This is the second installment of the 5 part Intro to Flag Football Defense Series.
In the first installment we introduced the widely popular cover 2 flag football defense. We touched on the strengths, weaknesses, and the tendency for teams to stay in this scheme sometimes for the entirety of games or seasons. We also revealed some attacking points for lighting up the scoreboard on cover 2 teams.
So you undoubtedly hit the field with your brand new knowledge about the cover 2, all your cover 2 beater plays were lined up, your team was ready to put a hurtin’ on somebody… but “Oh shit! The cornerbacks aren’t sitting where they should be. The safeties are moving around into other zones, defenders are everywhere like locusts! What the fuck!?”
The Cover 3 Flag Football Defense
You might’ve been introduced to the cover 3, and then subsequently become it’s bitch. Don’t feel bad, it happens to the best of us.
The Cover 3 is another zone defense that some flag football teams use to shut down the intermediate to deep passing game. You’ll most often see this defensive play on obvious deep passing situations; 3rd and more than 15, 4th and more than 10, and other similar down and distance scenarios.
The most effective way to run this defensive play is to disguise it and make it look exactly like your base defense. In this case, we’ll assume your base defense is a cover 2 zone, as discussed previously. The cover 3 would look like this:
Notice that the cornerbacks drop in coverage to take responsibility for the deep third zone. This means that if the wideouts run streaks, the corners are responsible for staying on them until the play is broken up. The safety (usually the free safety) takes the deep middle third, and the other safety (strong safety) sneaks up to take the middle underneath zone. The linebackers will sprint out to the flats to take away the short slants, ins, and curls.
Again, this defense is designed to take away the intermediate and deep passing plays. It’s a safe bet because there are always 3 defenders deep, and it gives the safety coming up to play the underneath middle a great opportunity to jump a route and snag an INT.
Coaching Points to Remember When Using Cover 3
Many of the same coaching points from cover 2 apply to cover 3 also.
- Watch the receivers hips and not his head or shoulders.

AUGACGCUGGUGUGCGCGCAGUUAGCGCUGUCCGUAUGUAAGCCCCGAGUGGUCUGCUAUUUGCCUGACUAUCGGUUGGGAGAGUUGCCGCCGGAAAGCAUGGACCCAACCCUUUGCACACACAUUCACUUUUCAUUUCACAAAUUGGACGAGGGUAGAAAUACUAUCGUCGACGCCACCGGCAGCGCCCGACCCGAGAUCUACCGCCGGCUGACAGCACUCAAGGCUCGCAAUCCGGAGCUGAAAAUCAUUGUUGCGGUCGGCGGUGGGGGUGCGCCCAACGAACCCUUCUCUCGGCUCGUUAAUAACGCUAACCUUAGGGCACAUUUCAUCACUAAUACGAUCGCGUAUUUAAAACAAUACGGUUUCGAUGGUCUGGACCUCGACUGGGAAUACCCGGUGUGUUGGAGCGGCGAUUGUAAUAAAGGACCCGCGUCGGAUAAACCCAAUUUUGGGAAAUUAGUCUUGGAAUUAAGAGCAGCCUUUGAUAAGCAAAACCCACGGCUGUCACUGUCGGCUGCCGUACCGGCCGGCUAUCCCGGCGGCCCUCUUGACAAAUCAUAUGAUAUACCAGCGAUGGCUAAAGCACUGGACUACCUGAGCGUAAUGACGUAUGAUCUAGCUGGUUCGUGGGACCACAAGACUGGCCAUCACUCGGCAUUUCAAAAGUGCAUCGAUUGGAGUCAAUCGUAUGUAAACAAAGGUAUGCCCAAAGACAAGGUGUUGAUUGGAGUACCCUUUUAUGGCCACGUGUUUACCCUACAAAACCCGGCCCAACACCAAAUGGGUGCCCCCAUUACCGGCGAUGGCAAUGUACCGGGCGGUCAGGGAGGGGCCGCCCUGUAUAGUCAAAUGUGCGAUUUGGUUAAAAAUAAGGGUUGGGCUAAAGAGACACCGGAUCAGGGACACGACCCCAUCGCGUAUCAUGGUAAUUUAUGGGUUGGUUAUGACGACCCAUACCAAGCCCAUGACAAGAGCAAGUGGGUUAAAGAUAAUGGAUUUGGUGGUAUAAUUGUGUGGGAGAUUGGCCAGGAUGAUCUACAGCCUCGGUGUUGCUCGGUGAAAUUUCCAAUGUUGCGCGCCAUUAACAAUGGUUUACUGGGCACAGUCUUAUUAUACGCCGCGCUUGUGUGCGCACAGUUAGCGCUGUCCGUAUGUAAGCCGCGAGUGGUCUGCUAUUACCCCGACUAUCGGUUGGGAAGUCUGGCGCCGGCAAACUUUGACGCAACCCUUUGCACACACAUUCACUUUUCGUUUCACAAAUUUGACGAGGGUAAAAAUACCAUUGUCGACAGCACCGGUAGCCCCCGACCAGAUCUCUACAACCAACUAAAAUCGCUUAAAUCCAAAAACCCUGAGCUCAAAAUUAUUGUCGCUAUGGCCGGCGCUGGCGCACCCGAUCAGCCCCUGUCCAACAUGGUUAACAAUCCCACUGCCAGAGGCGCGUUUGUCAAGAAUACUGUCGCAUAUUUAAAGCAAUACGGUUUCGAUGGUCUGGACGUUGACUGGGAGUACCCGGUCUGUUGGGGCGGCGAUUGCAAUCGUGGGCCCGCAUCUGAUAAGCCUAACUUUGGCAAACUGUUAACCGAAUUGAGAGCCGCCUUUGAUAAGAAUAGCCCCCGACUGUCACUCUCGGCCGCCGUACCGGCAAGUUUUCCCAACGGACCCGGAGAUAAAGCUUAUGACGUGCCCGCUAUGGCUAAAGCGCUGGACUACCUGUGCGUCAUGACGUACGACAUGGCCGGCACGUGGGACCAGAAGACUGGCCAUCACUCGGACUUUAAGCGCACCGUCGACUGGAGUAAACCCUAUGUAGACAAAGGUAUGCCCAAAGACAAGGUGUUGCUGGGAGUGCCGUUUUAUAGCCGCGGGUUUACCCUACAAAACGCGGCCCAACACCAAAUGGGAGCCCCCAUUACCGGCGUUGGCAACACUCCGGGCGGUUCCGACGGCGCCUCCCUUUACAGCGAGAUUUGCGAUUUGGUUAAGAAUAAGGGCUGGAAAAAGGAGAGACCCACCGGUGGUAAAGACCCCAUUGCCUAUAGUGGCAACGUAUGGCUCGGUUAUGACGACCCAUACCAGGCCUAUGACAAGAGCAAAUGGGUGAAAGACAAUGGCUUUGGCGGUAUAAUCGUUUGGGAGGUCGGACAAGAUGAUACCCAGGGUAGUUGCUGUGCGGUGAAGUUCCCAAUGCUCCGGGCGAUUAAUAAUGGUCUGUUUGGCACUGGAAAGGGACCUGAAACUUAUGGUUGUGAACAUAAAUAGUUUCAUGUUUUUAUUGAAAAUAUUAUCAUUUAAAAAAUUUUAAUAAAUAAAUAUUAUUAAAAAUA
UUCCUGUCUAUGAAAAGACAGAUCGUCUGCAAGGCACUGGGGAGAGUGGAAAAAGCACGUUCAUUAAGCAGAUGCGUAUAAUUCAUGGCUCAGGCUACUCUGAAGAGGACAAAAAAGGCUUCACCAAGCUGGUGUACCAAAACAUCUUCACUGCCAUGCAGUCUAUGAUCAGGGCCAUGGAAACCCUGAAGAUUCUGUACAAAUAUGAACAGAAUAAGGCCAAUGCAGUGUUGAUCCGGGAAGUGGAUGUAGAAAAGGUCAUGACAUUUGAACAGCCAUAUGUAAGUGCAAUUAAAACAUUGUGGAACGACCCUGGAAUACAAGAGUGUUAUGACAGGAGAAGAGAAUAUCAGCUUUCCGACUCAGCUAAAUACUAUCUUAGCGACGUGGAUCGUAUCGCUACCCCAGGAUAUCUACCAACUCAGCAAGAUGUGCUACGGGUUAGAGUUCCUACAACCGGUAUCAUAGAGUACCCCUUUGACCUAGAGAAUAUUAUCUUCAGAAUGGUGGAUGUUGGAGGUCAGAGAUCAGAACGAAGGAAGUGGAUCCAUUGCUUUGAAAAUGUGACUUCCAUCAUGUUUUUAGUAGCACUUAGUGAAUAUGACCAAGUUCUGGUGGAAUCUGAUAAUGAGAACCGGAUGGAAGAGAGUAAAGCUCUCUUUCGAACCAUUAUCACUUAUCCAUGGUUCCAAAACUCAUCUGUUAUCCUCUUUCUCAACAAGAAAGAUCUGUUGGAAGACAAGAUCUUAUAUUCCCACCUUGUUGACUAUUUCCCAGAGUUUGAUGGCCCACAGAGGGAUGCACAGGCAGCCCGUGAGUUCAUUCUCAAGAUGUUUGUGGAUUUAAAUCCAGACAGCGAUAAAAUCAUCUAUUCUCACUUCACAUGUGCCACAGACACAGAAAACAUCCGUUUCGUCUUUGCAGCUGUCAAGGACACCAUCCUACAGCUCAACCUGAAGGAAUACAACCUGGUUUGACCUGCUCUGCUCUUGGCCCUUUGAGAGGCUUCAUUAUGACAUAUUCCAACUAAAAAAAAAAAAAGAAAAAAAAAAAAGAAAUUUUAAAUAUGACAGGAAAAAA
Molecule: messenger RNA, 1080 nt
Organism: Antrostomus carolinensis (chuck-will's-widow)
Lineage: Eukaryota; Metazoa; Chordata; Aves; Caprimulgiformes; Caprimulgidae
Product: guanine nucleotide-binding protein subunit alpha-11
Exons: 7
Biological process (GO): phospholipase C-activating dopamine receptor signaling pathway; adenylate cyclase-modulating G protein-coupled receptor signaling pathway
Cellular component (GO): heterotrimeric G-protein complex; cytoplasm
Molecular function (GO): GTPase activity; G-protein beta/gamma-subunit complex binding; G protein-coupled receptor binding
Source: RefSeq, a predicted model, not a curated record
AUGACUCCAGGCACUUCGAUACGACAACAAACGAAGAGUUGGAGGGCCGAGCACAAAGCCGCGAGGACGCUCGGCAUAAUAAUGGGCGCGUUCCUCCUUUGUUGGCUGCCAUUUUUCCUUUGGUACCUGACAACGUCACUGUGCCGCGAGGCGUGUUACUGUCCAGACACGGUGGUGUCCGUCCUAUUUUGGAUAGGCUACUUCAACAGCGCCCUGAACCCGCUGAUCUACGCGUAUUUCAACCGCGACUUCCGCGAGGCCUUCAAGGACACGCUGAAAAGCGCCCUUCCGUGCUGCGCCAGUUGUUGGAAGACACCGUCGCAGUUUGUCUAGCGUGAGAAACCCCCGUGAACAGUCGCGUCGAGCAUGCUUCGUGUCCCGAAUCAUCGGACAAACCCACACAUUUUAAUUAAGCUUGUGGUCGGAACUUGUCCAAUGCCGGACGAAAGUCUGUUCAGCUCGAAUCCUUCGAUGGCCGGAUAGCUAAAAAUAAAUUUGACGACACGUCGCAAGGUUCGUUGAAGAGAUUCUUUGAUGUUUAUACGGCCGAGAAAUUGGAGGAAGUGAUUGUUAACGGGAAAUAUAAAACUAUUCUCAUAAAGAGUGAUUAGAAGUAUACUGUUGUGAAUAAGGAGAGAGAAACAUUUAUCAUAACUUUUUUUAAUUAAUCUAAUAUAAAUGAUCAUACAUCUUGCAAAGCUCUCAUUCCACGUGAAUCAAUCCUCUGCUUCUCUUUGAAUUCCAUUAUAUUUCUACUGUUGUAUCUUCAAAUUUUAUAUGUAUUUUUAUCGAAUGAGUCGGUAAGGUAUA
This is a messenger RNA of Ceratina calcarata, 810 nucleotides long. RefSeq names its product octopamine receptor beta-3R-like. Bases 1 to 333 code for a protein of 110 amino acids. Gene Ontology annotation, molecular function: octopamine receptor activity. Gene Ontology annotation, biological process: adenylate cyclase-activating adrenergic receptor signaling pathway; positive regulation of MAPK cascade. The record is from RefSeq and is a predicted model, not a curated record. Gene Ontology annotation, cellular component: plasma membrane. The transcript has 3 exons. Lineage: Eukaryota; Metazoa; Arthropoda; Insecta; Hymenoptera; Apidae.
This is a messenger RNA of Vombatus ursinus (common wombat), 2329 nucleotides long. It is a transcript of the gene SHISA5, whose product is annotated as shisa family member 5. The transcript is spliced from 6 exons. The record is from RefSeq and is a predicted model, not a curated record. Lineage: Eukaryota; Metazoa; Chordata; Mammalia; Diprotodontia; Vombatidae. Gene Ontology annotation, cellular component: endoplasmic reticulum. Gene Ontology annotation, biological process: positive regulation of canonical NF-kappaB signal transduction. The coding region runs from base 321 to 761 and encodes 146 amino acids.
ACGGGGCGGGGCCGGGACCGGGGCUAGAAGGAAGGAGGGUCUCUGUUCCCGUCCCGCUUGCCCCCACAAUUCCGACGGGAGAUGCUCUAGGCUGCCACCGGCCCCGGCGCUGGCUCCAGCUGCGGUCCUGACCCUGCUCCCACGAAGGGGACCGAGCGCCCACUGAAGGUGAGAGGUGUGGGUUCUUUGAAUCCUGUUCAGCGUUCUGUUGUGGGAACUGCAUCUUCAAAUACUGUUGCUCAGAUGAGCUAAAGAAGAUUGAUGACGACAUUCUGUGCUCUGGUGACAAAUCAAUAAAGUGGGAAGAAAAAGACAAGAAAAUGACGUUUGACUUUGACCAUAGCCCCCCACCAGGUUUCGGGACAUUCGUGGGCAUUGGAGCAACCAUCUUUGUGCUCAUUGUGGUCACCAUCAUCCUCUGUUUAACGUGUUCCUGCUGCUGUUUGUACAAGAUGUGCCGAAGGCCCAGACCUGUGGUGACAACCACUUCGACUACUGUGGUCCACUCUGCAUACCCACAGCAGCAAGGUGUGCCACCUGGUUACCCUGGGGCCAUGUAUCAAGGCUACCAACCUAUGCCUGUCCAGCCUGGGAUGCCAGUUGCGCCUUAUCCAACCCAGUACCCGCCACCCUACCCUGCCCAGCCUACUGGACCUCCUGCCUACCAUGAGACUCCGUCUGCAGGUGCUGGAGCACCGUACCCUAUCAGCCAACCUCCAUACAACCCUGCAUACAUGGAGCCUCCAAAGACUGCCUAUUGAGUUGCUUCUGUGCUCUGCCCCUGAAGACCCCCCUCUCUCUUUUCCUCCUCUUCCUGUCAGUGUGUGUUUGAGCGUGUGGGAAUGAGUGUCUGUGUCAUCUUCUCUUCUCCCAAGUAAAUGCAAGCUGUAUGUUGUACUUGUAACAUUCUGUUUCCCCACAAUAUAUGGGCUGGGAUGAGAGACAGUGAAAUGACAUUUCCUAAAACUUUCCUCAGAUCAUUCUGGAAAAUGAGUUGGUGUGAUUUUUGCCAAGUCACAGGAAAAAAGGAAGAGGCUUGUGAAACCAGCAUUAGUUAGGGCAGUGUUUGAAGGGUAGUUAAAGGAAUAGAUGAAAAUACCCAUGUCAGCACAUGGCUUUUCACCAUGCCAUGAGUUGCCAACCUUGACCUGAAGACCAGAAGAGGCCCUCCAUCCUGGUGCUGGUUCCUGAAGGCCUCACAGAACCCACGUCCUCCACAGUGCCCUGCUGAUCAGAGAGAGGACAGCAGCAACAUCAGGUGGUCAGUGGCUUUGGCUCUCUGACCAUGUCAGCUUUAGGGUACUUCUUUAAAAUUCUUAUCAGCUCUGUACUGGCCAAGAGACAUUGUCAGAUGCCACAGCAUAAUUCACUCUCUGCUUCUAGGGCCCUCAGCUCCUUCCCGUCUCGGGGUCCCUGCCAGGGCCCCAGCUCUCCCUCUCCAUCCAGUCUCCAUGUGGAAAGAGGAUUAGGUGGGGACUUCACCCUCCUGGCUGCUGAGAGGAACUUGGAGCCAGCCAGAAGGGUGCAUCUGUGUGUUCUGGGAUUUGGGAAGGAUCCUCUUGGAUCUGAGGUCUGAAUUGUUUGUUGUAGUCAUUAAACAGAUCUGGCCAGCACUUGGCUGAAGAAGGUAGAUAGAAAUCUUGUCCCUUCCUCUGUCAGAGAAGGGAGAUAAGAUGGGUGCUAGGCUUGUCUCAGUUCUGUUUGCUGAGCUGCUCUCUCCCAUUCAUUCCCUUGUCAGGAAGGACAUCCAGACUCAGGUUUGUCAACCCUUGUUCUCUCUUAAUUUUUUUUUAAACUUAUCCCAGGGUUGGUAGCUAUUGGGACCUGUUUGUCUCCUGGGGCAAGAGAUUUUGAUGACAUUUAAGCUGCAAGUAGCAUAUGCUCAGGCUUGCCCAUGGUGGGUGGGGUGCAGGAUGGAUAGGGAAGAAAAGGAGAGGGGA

- The deep middle safety should stay as deep as the deepest receiver. If a receiver gets behind you and the QB finds him, it’s going to be six.
- Know your zone responsibility. Do not chase a receiver into another zone because it leaves your zone wide open.
- Communicate. Instead of running with a receiver into another zone, yell out the route to your teammates. Something simple like, “Out!” or “In!” works wonders. Also let your teammates know when the ball is in the air. Yell out “Ball!” as soon as the pass is thrown to let everyone know to turn and look for it, and make a play. This is especially important on the deep balls.
- Read the quarterback. Some QBs tend to stare down their intended target. Make sure you keep an eye on him, and break on the ball as soon as he throws.
- Cornerbacks should be comfortable running with receivers and covering in 1 on 1 situations.
- If your linebackers don’t have the speed to get out into the flats fast enough, have them adjust their alignment pre-snap to get a head start.
- To really get the most out of the cover 3, have the safety to the strong side of the offensive formation come up to take the underneath middle zone. For example, if the offense comes out with two receivers to the right and one to the left, the safety on the twins side should be the one to take the underneath middle.
Cover 3 Weaknesses
Every defense has weaknesses, and knowing those weaknesses are important for building championship caliber teams. The cover 3 zone has several vulnerabilities, just like the hot girl in your chemistry class; the key is finding and exploiting them:
- The seam on the opposite side of the closing safety is an excellent place to attack cover 3. The QB should be able to read which safety is coming up, and throw to the seam away from the creeping safety. A deep weakside curl can also work quite well if thrown on time.
- Slot receiver deep outs also work very well vs a cover 3. The corners are dropping to cover the deep third, which provides a huge hole for the slot to run the out route underneath them at about 12-14 yards. To make sure the corners do indeed drop back, have the outside guy run a streak to clear out the zone.
- The flats are usually vulnerable in cover 3 because the linebackers have so far to run from their starting position. Release a blocker into the flats, or have him go in motion pre-snap and deliver the ball to him as quickly as possible.
- Send 4 receivers vertical if there is enough time for the QB to throw a deep ball. This puts the 3 deep defenders in a situation where they have to cover 4 receivers. This is, of course, mathematically impossible.
- Spread sets and trips sets are good ways to get more 3 on 2 or 2 on 1 situations.
The key to consistently executing plays like this is practice. With only the first two installments of this 5 part series, you should have plenty to work on, and should start seeing results in your games immediately.